The first quarter of any calendar year is an important time for most commercial cow-calf producers. If it has not started already, calving season will begin soon. Shortly after the onset of calving season, decisions must be made in regards to breeding season. Management choices in the areas of reproduction and genetics made during this timeframe can certainly influence a cow-calf operation for years to come.
Regardless of whether you use a natural service sire or artificial insemination in your breeding program, there is little justification for a lengthy breeding season. A 60-day breeding season is an ideal goal to shoot for and I would recommend nothing longer than 90 days. If you are currently involved in a longer breeding season, there are valid economic and management reasons to make a change. It requires a little discipline, some rigid culling, and a willingness to use technology and other resources available.
Nearly every management decision associated with the cowherd is simplified with a shorter calving season. Herd health, nutritional, and reproductive management are much easier when all cows are in a similar stage of production. Restricting the breeding season to 60 to 90 days will produce a more uniform calf crop that enhances marketing opportunities. It is easier to match up your forage supply with the nutritional demands of your herd when all animals are in a similar production cycle. Vaccination programs are more effective when animals in the breeding herd are in a similar reproductive status.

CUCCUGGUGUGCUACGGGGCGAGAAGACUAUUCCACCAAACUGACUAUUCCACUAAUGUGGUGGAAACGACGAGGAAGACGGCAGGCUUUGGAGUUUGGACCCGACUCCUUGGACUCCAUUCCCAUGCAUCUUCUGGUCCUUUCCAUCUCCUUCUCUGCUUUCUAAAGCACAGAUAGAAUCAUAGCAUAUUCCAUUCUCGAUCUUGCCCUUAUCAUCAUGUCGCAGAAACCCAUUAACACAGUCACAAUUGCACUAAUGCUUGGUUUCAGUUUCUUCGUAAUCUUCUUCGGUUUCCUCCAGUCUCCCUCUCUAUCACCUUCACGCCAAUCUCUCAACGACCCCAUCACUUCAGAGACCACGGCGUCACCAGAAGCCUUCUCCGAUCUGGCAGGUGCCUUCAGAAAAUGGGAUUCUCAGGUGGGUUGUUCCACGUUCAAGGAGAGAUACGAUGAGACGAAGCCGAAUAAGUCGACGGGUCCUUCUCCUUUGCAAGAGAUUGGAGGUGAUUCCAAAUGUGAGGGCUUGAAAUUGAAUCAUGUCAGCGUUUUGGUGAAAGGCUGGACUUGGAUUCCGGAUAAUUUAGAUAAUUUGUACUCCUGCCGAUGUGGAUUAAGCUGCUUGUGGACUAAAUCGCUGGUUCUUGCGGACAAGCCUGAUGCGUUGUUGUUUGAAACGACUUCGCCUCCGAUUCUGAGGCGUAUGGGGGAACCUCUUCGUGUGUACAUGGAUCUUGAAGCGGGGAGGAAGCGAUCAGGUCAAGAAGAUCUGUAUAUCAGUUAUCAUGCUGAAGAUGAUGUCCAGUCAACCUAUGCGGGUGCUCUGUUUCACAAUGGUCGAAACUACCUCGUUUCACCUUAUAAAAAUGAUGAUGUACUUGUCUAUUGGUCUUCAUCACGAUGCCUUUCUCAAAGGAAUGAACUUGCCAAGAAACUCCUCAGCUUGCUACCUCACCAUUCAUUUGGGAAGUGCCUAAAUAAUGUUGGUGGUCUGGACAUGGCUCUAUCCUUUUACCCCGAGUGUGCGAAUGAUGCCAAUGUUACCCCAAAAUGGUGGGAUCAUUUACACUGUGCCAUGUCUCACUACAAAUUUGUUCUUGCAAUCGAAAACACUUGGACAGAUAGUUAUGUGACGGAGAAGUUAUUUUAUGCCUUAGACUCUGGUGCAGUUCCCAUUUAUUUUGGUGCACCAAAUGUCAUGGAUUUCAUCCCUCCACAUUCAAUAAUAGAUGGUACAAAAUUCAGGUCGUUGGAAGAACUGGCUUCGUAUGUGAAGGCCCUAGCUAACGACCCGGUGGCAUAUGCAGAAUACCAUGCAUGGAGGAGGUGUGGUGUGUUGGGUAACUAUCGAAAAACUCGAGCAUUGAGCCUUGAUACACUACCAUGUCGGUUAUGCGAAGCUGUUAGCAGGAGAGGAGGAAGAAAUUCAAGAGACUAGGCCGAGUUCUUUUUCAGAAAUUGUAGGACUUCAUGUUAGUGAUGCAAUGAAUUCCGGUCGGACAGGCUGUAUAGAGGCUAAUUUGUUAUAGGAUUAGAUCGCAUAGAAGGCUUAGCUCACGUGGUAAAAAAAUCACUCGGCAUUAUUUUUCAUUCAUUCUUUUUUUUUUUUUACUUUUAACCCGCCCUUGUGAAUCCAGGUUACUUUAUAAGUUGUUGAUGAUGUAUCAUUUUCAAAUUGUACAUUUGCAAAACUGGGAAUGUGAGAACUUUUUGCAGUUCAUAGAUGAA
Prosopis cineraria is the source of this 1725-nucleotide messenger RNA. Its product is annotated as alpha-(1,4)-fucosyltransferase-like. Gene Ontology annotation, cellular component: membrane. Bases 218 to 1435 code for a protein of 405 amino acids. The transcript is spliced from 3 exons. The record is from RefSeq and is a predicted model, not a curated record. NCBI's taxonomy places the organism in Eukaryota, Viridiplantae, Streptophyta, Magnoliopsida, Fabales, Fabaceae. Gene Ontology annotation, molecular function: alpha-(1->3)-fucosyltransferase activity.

A more concentrated calving season is important for the smaller or part-time producers who have major time restrictions in their daily lives. I do not know of any producer that enjoys the stress and worry of calving season over an extended period. This is especially true if calving season comes during inclement weather and you are away from the farm for long stretches of time during an average day.
A shorter calving season will eventually lead to greater efficiencies in reproduction rates. Palpate shortly after the conclusion of the breeding season and cull heifers and cows that do not conceive within your given calving season and do not look back. Keep daughters of the cows that are bred early each calving season. If necessary, buy bred females that calve within your desired window to replace the open females. Implementation of these practices will certainly improve your herd’s reproductive performance over time.
As an Extension professional and a seedstock producer, one of the most interesting discussions I can have with a producer is reviewing their thoughts on what they are looking for in a potential purchase for a herd sire. Obviously, there is a wide range of criteria to be considered depending on the production goals and size of the herd. In my experience, a few very consistent themes emerge with discussions on a potential herd bull purchase: calving ease, disposition, and price.